In a recent post on my Facebook Page (@jenniferwaitteauthor) and in the Acknowledgement that appears at the end of Lifeline to Marionette, I mentioned why I chose Aspen, Colorado, for the setting of this story. I lived in Aspen briefly while in my early 20s, and it left a lifelong, indelible impression on me. It is a truly magical place. It serves as a safe haven for the character, Alaina Michelle Sekovich (Michelle Seko). It is equally an ironic and appropriate setting for this story:

There was something unique about Aspen. This jaded town had the best of everything to offer its guests—the best food, wine, shopping, and, of course, skiing, all incorporated into the most pretentious atmosphere possible. People who were bigger than life came here because they could be themselves, be left alone to enjoy themselves, yet still be treated with the respect and sense of priority they had come to expect from life. Aspen was certainly accommodating to the rich and famous. And, even to them, Aspen was a dearly appreciated luxury.

I have driven across McClain Flats on a winter night under a full moon. I have been to the Woody Creek Tavern: The Woody Creek Tavern came into sight at the end of a narrow, winding road. It was a small, shabby, snow-covered lodge, a shack, as Jason had described it, lit by strings of Christmas lights and headlights. The door was open to the ice- and mud-covered parking lot and the bright light from within streamed out. I have looked out an airplane window as it circled over Aspen Mountain: As the jet coasted over Aspen Mountain in its descent toward Sardy Field, Michelle could see skiers gliding down the runs. They looked like bright flowers on the icing of a wedding cake. I have ridden the Silver Queen Gondola and watched the view change as the car rose and the town fell further away, pulling back my perspective. I have felt what Michelle felt about Aspen, like an outsider looking in: I love this place the way I loved the picture books I looked through when I was young and the way I loved the view of a quaint town from the window of a train as it passed by.  These are all personal experiences I wanted to weave into this story.

In Lifeline to Marionette, Jason Henrey’s home is built high on Smuggler Mountain. This setting is purely fictional. The site of Jason’s home is actually inside the White River National Forest boundary. While adjacent Red Mountain is known as Billionaire Mountain due to the number of uber-high-net-worth people who own homes there, Smuggler Mountain is undeveloped. What is described in the book as the last switchback is in reality where an observation deck is located: As they came around the last switchback, an enormous redstone castle burst majestically out of the snow ahead of them. Michelle caught her breath, not expecting what she saw before her. Three stories of massive red-rock block, spirals, turrets, stone-carved balconies, and stained-glass windows sat perched on the crest of the mountain, clutching it like a great eagle. This setting served to position the home—and Jason Henrey—apart and above the rest, further isolating Michelle from the outside world.

The story takes place in winter because snow serves as a force that controls all the characters’ actions. Snow is its own character. It is beautiful and pristine. It is dangerous and can be deadly. It is silence. It is a sharp blade. Snow also serves as a metaphor for Michelle herself. It is a blanket shrouding something unknown. To look at fresh-fallen snow is to see something beautiful. But one has no idea what lies underneath it.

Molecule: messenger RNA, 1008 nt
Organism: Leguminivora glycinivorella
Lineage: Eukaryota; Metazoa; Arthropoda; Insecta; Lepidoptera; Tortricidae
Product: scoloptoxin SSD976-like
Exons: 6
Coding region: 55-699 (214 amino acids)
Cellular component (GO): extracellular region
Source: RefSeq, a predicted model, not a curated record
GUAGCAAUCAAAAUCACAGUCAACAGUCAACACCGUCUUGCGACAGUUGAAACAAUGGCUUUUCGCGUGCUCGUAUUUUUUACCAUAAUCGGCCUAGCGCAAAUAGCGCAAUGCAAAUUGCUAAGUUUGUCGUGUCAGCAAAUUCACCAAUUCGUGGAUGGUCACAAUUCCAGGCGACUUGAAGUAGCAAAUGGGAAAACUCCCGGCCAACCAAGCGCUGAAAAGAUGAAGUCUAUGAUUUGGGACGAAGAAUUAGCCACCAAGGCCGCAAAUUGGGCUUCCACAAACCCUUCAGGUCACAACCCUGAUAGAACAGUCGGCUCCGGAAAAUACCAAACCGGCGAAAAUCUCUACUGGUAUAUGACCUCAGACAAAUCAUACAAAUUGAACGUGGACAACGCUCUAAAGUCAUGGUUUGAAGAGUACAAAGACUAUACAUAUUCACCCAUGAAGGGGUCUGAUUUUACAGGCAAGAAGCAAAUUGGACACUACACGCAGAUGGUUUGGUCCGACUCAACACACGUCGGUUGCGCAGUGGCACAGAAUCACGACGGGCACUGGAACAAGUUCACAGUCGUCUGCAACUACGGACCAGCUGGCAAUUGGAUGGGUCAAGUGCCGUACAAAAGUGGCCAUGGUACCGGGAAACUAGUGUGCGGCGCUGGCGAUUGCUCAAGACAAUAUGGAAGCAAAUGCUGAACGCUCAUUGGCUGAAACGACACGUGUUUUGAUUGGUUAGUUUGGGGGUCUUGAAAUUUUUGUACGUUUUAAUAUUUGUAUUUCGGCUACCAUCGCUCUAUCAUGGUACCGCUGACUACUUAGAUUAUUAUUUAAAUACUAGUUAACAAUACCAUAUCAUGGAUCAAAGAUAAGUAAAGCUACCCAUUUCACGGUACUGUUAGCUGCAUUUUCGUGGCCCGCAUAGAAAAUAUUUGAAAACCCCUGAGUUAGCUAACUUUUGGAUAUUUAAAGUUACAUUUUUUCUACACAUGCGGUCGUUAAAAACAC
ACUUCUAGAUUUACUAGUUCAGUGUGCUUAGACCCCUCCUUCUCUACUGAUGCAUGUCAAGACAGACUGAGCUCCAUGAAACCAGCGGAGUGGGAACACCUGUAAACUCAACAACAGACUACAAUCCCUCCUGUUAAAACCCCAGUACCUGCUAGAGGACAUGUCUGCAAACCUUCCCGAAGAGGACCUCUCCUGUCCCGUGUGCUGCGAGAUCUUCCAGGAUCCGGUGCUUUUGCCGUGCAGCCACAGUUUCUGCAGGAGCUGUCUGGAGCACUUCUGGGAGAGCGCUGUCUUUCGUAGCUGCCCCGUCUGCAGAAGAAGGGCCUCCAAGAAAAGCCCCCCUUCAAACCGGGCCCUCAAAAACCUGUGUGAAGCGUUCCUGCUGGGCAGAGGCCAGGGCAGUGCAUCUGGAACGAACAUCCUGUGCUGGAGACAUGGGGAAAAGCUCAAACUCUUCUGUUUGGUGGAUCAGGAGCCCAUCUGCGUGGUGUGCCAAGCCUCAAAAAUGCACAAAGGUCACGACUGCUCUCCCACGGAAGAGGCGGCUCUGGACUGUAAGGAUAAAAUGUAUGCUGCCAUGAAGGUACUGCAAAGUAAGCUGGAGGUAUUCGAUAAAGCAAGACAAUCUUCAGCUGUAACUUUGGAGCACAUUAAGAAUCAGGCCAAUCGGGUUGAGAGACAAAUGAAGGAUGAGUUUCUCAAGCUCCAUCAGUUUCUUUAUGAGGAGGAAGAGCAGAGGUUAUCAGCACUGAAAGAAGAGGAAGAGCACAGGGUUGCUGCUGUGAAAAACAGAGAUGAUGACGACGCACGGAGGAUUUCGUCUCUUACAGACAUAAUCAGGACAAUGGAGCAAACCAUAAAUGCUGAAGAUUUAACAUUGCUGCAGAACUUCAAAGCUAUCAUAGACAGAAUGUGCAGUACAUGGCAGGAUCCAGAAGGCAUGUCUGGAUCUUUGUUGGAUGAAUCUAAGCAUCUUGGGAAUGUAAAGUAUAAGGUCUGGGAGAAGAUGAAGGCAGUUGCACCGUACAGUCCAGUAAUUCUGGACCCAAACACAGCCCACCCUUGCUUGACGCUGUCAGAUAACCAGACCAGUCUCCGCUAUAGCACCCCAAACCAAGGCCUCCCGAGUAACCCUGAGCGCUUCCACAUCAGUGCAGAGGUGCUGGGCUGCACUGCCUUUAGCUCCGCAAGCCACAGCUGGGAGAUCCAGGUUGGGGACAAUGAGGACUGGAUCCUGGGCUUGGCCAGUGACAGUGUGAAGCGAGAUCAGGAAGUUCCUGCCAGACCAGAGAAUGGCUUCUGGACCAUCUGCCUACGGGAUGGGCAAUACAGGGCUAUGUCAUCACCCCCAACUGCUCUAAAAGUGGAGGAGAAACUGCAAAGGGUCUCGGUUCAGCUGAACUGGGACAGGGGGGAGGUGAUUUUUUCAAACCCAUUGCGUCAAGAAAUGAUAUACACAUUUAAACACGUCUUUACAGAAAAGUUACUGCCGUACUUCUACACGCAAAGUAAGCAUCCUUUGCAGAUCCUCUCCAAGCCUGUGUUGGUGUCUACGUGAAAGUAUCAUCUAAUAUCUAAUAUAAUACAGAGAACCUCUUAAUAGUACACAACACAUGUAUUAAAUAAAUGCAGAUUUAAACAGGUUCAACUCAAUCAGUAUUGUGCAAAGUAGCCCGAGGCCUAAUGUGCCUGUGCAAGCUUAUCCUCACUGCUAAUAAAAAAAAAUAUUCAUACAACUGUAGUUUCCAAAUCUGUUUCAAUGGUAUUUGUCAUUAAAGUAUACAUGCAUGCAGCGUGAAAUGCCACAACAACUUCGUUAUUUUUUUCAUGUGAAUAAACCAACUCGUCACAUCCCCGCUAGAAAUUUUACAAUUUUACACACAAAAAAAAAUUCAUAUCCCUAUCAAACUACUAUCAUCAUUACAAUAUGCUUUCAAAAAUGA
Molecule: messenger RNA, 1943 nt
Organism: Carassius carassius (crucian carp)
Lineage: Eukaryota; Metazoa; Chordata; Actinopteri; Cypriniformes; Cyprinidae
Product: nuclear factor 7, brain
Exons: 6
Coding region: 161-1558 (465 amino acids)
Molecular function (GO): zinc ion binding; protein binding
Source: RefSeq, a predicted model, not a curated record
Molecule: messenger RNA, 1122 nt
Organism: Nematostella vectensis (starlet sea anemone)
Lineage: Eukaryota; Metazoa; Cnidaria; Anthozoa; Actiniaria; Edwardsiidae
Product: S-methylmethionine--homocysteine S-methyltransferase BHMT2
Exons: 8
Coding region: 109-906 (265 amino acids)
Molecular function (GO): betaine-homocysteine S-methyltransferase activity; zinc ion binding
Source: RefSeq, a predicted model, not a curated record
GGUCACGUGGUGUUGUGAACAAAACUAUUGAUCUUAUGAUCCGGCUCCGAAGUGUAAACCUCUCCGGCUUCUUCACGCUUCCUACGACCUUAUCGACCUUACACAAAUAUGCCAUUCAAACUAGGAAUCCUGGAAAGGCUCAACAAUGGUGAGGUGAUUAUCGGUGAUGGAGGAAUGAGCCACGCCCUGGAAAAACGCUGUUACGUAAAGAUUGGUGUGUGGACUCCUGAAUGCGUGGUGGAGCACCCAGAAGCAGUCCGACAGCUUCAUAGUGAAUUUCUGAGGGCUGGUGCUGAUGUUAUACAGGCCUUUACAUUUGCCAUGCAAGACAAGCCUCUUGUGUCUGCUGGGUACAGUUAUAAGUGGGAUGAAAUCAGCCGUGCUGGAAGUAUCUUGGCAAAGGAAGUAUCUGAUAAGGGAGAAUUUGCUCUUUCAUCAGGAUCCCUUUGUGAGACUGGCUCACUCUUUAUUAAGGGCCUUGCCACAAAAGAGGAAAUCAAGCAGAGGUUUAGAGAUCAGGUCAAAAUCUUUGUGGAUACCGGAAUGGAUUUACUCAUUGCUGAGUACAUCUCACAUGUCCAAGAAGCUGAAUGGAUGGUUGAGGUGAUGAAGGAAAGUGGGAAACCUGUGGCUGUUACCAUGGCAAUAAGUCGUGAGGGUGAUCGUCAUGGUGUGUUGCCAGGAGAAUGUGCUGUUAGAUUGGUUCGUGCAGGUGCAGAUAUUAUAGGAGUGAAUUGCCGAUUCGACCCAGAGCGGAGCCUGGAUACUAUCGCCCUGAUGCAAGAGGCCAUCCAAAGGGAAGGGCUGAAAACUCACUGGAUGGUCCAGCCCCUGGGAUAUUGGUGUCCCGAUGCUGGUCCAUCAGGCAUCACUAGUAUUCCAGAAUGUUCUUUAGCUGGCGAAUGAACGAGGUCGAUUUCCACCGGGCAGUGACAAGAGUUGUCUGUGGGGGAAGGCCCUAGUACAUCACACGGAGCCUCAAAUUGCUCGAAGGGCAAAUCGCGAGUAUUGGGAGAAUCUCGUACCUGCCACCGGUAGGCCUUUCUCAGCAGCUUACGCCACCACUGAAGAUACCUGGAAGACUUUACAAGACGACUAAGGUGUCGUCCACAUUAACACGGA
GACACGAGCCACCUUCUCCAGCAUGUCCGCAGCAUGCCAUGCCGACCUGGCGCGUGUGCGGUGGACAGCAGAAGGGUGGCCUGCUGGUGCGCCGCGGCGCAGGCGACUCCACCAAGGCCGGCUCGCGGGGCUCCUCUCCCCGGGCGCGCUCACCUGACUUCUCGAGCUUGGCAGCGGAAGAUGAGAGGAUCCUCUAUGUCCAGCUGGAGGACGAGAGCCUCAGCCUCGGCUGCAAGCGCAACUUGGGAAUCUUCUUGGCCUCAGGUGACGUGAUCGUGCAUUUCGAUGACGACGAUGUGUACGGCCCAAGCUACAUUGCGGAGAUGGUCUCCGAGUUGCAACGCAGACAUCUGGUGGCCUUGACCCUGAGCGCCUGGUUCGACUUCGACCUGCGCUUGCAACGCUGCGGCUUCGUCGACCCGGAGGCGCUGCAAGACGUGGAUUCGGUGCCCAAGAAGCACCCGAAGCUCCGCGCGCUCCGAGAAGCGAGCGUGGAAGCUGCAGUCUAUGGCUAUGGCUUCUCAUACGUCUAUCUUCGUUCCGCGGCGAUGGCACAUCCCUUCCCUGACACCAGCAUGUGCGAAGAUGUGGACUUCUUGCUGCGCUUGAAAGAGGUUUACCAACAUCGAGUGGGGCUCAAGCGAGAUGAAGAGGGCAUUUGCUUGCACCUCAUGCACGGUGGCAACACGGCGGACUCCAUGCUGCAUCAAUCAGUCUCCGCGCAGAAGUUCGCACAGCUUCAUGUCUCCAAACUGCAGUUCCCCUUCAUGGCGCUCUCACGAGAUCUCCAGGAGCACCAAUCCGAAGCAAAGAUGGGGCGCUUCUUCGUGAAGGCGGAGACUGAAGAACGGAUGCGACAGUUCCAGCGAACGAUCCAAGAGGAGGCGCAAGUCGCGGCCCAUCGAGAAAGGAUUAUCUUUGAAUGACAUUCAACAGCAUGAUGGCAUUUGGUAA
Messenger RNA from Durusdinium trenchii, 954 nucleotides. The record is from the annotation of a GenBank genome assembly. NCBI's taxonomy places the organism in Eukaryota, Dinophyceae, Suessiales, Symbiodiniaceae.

Aspen in the winter also serves to elicit some of the few, fond childhood memories that Michelle has:

She carried with her a child’s memory of winters in St. Moritz, and those memories, although fragmented, were happy. She remembered walking down the snowy cobble streets, following her father, trying to trace his footsteps in the snow, trying to place her boots in his footprints. She remembered following him down the mountain, keeping her skis in his tracks. He would make large, slow, graceful turns down the slope and then pause, waiting for her. She remembered the thermos of hot chocolate he carried and how they would sip it from the tiny plastic cup while they rode up in the chair lift, just the two of them, to the top of the mountain.

I chose to set this story in late December because it is a time of joy for some but loneliness for others. Michelle comments on this:

“But Christmas music does make me a little sad when I hear it and suddenly realize that the holidays have crept up on me. It happens every year. Then they are over.”
Jason nodded, agreeing with her. “I think it makes everyone a little sad in that same way, especially when you are away from your family.”
Michelle only nodded, not wanting to talk about her family.
“Then you are staying for the holidays?” he asked.
Again, Michelle nodded. She had no place else to go.
“Alone?”
She looked up at him. “No,” she replied, thinking of Aaron and his family. “Well, yes.” She was here alone.

Jason, on the other hand, eludes to the absence of his large family for the first time in many years as somewhat of a relief. At this point in the story, neither Jason nor Michelle could anticipate they would both be spending Christmas Eve and Christmas Day in a hospital room—Michelle out of necessity and Jason because he does not want her to be alone.

So, why Aspen, why winter and why Christmas? Because it is a place, a time, and a tradition that, when combined, became integral to how this story unfolds. I cannot think of another location, season or holiday that would have had the same impact. And, regardless of each character’s disposition, it is a magical place that no one takes for granted.